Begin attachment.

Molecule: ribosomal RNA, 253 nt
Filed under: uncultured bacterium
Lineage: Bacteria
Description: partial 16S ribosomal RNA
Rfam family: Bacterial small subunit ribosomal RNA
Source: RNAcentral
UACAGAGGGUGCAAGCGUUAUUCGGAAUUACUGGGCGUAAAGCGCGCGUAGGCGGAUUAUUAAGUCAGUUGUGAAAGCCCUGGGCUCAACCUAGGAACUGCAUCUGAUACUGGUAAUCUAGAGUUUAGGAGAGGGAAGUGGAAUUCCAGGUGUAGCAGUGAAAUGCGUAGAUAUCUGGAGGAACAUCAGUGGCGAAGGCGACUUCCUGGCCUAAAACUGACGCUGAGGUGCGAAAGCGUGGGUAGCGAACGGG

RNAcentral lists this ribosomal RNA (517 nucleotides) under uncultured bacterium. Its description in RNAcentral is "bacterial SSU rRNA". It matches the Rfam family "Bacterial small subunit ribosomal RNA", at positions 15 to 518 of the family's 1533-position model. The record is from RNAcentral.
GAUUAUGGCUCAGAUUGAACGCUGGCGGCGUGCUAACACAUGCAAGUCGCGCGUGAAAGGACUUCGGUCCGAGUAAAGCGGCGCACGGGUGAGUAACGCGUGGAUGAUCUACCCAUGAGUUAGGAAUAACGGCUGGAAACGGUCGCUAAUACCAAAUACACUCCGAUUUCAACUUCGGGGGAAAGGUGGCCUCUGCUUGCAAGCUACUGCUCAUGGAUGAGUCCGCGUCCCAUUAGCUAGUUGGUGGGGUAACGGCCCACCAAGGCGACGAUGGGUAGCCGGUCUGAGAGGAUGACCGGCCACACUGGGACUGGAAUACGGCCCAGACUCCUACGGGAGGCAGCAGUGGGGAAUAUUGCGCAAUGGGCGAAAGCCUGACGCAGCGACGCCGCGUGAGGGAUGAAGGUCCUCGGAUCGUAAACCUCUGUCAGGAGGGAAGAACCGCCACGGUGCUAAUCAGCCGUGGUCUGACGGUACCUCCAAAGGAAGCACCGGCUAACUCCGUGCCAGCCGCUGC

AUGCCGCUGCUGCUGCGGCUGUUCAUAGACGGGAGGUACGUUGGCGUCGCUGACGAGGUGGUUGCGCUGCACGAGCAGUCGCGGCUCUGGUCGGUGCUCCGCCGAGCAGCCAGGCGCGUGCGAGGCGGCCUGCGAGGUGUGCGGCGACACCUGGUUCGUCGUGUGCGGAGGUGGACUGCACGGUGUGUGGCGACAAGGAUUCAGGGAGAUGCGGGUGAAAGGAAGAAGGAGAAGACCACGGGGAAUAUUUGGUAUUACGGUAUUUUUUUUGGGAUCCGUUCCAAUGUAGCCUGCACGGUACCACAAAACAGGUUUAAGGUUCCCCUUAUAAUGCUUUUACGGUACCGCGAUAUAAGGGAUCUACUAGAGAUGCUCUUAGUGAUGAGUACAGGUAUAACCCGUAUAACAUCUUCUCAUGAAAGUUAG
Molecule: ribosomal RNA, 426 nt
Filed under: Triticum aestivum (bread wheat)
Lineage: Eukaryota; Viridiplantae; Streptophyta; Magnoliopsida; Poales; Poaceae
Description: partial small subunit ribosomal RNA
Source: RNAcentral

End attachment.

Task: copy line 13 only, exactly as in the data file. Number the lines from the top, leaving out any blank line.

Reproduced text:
Lineage: Eukaryota; Viridiplantae; Streptophyta; Magnoliopsida; Poales; Poaceae